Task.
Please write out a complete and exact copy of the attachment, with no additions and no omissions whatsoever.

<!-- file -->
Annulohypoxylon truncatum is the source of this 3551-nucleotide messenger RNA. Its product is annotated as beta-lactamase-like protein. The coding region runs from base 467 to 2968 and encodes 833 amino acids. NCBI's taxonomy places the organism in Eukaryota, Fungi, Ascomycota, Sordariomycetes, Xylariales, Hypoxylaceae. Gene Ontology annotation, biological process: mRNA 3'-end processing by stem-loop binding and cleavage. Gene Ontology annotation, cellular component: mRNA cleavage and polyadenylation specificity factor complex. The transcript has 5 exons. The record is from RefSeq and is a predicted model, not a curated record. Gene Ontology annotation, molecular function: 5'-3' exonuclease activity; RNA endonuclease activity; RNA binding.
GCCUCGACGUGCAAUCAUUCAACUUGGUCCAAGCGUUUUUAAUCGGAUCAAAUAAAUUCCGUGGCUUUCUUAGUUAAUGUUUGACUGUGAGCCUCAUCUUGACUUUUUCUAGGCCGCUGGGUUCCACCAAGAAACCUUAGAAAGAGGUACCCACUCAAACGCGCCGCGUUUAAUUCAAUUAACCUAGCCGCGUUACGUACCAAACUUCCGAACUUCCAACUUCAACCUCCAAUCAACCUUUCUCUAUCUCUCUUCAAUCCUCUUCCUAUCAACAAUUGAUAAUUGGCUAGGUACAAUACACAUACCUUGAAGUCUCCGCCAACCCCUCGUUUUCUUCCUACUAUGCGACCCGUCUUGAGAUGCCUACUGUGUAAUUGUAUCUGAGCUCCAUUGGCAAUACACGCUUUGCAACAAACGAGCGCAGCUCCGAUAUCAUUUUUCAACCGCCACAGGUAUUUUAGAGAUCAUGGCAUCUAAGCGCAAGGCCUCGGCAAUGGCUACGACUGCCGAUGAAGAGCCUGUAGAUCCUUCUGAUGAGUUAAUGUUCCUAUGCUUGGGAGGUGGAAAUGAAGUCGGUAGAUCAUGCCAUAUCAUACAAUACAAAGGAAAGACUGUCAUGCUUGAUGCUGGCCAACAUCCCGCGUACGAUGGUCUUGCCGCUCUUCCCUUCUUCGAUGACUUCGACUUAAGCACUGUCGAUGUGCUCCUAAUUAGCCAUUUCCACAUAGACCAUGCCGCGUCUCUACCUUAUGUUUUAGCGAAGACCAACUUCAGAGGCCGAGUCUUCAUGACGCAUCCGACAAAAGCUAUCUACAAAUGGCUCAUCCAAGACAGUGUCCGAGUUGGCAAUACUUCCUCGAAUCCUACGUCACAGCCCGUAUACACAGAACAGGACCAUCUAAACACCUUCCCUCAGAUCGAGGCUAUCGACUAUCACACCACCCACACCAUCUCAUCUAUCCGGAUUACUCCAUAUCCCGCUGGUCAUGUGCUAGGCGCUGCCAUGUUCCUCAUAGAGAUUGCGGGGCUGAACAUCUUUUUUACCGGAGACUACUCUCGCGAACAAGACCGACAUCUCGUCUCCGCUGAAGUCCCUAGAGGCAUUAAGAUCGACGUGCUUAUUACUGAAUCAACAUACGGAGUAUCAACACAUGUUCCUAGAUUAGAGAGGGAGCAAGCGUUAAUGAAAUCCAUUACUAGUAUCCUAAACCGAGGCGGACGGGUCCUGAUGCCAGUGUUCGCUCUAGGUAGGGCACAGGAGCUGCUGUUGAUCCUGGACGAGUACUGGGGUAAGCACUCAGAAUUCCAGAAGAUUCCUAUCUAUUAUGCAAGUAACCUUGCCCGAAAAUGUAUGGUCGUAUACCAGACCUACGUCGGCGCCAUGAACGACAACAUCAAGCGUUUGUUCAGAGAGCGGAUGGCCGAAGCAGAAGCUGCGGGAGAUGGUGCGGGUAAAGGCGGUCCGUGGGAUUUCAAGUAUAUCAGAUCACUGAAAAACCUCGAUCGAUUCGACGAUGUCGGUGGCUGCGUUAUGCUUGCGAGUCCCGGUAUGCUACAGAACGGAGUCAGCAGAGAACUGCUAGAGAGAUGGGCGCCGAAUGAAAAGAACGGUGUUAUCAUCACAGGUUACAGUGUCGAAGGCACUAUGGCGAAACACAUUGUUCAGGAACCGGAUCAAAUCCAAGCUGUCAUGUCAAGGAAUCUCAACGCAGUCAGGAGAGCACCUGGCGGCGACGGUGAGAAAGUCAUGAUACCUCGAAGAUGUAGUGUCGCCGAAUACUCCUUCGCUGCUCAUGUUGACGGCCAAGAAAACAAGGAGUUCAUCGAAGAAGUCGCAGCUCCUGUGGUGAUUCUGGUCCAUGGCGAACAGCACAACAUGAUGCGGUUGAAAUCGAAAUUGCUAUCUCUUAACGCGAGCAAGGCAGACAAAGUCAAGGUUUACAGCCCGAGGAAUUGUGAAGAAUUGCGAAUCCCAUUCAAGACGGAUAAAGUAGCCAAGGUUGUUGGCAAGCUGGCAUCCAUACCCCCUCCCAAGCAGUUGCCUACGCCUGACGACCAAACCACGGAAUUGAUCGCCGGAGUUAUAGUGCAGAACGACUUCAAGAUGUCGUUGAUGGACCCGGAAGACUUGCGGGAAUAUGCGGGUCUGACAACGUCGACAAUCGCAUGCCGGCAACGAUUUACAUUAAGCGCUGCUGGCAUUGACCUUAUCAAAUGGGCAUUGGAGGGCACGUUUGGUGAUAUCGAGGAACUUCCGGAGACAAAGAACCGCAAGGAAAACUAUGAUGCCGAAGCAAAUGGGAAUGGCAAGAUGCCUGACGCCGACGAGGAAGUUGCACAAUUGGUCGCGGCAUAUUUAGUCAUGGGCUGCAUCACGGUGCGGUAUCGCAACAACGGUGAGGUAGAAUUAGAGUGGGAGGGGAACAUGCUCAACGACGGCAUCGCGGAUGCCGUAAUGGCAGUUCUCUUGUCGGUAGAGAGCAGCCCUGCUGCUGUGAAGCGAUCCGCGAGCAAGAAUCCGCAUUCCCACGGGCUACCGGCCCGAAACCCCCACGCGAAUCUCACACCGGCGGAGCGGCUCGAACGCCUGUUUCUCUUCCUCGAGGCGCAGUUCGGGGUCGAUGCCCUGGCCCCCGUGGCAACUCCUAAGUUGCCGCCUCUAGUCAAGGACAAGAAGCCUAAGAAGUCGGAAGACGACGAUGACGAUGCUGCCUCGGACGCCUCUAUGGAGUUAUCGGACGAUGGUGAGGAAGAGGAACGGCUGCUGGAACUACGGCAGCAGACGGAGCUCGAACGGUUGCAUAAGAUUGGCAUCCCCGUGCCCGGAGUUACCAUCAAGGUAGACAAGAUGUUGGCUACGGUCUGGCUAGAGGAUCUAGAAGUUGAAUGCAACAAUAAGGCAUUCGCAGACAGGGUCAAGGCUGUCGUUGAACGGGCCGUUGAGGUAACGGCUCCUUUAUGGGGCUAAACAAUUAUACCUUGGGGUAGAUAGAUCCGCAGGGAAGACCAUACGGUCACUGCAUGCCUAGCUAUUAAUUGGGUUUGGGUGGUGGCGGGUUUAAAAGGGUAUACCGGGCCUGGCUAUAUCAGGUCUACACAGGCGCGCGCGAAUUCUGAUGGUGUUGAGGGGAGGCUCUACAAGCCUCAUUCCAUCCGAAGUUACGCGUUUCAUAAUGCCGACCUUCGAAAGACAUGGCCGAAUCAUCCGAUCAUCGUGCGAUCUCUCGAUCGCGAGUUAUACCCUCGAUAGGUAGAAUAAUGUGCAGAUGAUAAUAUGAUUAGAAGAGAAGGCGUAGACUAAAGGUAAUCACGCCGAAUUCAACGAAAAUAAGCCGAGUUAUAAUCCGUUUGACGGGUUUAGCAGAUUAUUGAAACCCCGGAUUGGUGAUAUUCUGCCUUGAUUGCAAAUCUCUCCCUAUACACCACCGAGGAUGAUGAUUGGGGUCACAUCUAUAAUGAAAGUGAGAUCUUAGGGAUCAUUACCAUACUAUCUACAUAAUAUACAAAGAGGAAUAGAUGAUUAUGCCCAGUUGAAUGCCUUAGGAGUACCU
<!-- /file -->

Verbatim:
Annulohypoxylon truncatum is the source of this 3551-nucleotide messenger RNA. Its product is annotated as beta-lactamase-like protein. The coding region runs from base 467 to 2968 and encodes 833 amino acids. NCBI's taxonomy places the organism in Eukaryota, Fungi, Ascomycota, Sordariomycetes, Xylariales, Hypoxylaceae. Gene Ontology annotation, biological process: mRNA 3'-end processing by stem-loop binding and cleavage. Gene Ontology annotation, cellular component: mRNA cleavage and polyadenylation specificity factor complex. The transcript has 5 exons. The record is from RefSeq and is a predicted model, not a curated record. Gene Ontology annotation, molecular function: 5'-3' exonuclease activity; RNA endonuclease activity; RNA binding.
GCCUCGACGUGCAAUCAUUCAACUUGGUCCAAGCGUUUUUAAUCGGAUCAAAUAAAUUCCGUGGCUUUCUUAGUUAAUGUUUGACUGUGAGCCUCAUCUUGACUUUUUCUAGGCCGCUGGGUUCCACCAAGAAACCUUAGAAAGAGGUACCCACUCAAACGCGCCGCGUUUAAUUCAAUUAACCUAGCCGCGUUACGUACCAAACUUCCGAACUUCCAACUUCAACCUCCAAUCAACCUUUCUCUAUCUCUCUUCAAUCCUCUUCCUAUCAACAAUUGAUAAUUGGCUAGGUACAAUACACAUACCUUGAAGUCUCCGCCAACCCCUCGUUUUCUUCCUACUAUGCGACCCGUCUUGAGAUGCCUACUGUGUAAUUGUAUCUGAGCUCCAUUGGCAAUACACGCUUUGCAACAAACGAGCGCAGCUCCGAUAUCAUUUUUCAACCGCCACAGGUAUUUUAGAGAUCAUGGCAUCUAAGCGCAAGGCCUCGGCAAUGGCUACGACUGCCGAUGAAGAGCCUGUAGAUCCUUCUGAUGAGUUAAUGUUCCUAUGCUUGGGAGGUGGAAAUGAAGUCGGUAGAUCAUGCCAUAUCAUACAAUACAAAGGAAAGACUGUCAUGCUUGAUGCUGGCCAACAUCCCGCGUACGAUGGUCUUGCCGCUCUUCCCUUCUUCGAUGACUUCGACUUAAGCACUGUCGAUGUGCUCCUAAUUAGCCAUUUCCACAUAGACCAUGCCGCGUCUCUACCUUAUGUUUUAGCGAAGACCAACUUCAGAGGCCGAGUCUUCAUGACGCAUCCGACAAAAGCUAUCUACAAAUGGCUCAUCCAAGACAGUGUCCGAGUUGGCAAUACUUCCUCGAAUCCUACGUCACAGCCCGUAUACACAGAACAGGACCAUCUAAACACCUUCCCUCAGAUCGAGGCUAUCGACUAUCACACCACCCACACCAUCUCAUCUAUCCGGAUUACUCCAUAUCCCGCUGGUCAUGUGCUAGGCGCUGCCAUGUUCCUCAUAGAGAUUGCGGGGCUGAACAUCUUUUUUACCGGAGACUACUCUCGCGAACAAGACCGACAUCUCGUCUCCGCUGAAGUCCCUAGAGGCAUUAAGAUCGACGUGCUUAUUACUGAAUCAACAUACGGAGUAUCAACACAUGUUCCUAGAUUAGAGAGGGAGCAAGCGUUAAUGAAAUCCAUUACUAGUAUCCUAAACCGAGGCGGACGGGUCCUGAUGCCAGUGUUCGCUCUAGGUAGGGCACAGGAGCUGCUGUUGAUCCUGGACGAGUACUGGGGUAAGCACUCAGAAUUCCAGAAGAUUCCUAUCUAUUAUGCAAGUAACCUUGCCCGAAAAUGUAUGGUCGUAUACCAGACCUACGUCGGCGCCAUGAACGACAACAUCAAGCGUUUGUUCAGAGAGCGGAUGGCCGAAGCAGAAGCUGCGGGAGAUGGUGCGGGUAAAGGCGGUCCGUGGGAUUUCAAGUAUAUCAGAUCACUGAAAAACCUCGAUCGAUUCGACGAUGUCGGUGGCUGCGUUAUGCUUGCGAGUCCCGGUAUGCUACAGAACGGAGUCAGCAGAGAACUGCUAGAGAGAUGGGCGCCGAAUGAAAAGAACGGUGUUAUCAUCACAGGUUACAGUGUCGAAGGCACUAUGGCGAAACACAUUGUUCAGGAACCGGAUCAAAUCCAAGCUGUCAUGUCAAGGAAUCUCAACGCAGUCAGGAGAGCACCUGGCGGCGACGGUGAGAAAGUCAUGAUACCUCGAAGAUGUAGUGUCGCCGAAUACUCCUUCGCUGCUCAUGUUGACGGCCAAGAAAACAAGGAGUUCAUCGAAGAAGUCGCAGCUCCUGUGGUGAUUCUGGUCCAUGGCGAACAGCACAACAUGAUGCGGUUGAAAUCGAAAUUGCUAUCUCUUAACGCGAGCAAGGCAGACAAAGUCAAGGUUUACAGCCCGAGGAAUUGUGAAGAAUUGCGAAUCCCAUUCAAGACGGAUAAAGUAGCCAAGGUUGUUGGCAAGCUGGCAUCCAUACCCCCUCCCAAGCAGUUGCCUACGCCUGACGACCAAACCACGGAAUUGAUCGCCGGAGUUAUAGUGCAGAACGACUUCAAGAUGUCGUUGAUGGACCCGGAAGACUUGCGGGAAUAUGCGGGUCUGACAACGUCGACAAUCGCAUGCCGGCAACGAUUUACAUUAAGCGCUGCUGGCAUUGACCUUAUCAAAUGGGCAUUGGAGGGCACGUUUGGUGAUAUCGAGGAACUUCCGGAGACAAAGAACCGCAAGGAAAACUAUGAUGCCGAAGCAAAUGGGAAUGGCAAGAUGCCUGACGCCGACGAGGAAGUUGCACAAUUGGUCGCGGCAUAUUUAGUCAUGGGCUGCAUCACGGUGCGGUAUCGCAACAACGGUGAGGUAGAAUUAGAGUGGGAGGGGAACAUGCUCAACGACGGCAUCGCGGAUGCCGUAAUGGCAGUUCUCUUGUCGGUAGAGAGCAGCCCUGCUGCUGUGAAGCGAUCCGCGAGCAAGAAUCCGCAUUCCCACGGGCUACCGGCCCGAAACCCCCACGCGAAUCUCACACCGGCGGAGCGGCUCGAACGCCUGUUUCUCUUCCUCGAGGCGCAGUUCGGGGUCGAUGCCCUGGCCCCCGUGGCAACUCCUAAGUUGCCGCCUCUAGUCAAGGACAAGAAGCCUAAGAAGUCGGAAGACGACGAUGACGAUGCUGCCUCGGACGCCUCUAUGGAGUUAUCGGACGAUGGUGAGGAAGAGGAACGGCUGCUGGAACUACGGCAGCAGACGGAGCUCGAACGGUUGCAUAAGAUUGGCAUCCCCGUGCCCGGAGUUACCAUCAAGGUAGACAAGAUGUUGGCUACGGUCUGGCUAGAGGAUCUAGAAGUUGAAUGCAACAAUAAGGCAUUCGCAGACAGGGUCAAGGCUGUCGUUGAACGGGCCGUUGAGGUAACGGCUCCUUUAUGGGGCUAAACAAUUAUACCUUGGGGUAGAUAGAUCCGCAGGGAAGACCAUACGGUCACUGCAUGCCUAGCUAUUAAUUGGGUUUGGGUGGUGGCGGGUUUAAAAGGGUAUACCGGGCCUGGCUAUAUCAGGUCUACACAGGCGCGCGCGAAUUCUGAUGGUGUUGAGGGGAGGCUCUACAAGCCUCAUUCCAUCCGAAGUUACGCGUUUCAUAAUGCCGACCUUCGAAAGACAUGGCCGAAUCAUCCGAUCAUCGUGCGAUCUCUCGAUCGCGAGUUAUACCCUCGAUAGGUAGAAUAAUGUGCAGAUGAUAAUAUGAUUAGAAGAGAAGGCGUAGACUAAAGGUAAUCACGCCGAAUUCAACGAAAAUAAGCCGAGUUAUAAUCCGUUUGACGGGUUUAGCAGAUUAUUGAAACCCCGGAUUGGUGAUAUUCUGCCUUGAUUGCAAAUCUCUCCCUAUACACCACCGAGGAUGAUGAUUGGGGUCACAUCUAUAAUGAAAGUGAGAUCUUAGGGAUCAUUACCAUACUAUCUACAUAAUAUACAAAGAGGAAUAGAUGAUUAUGCCCAGUUGAAUGCCUUAGGAGUACCU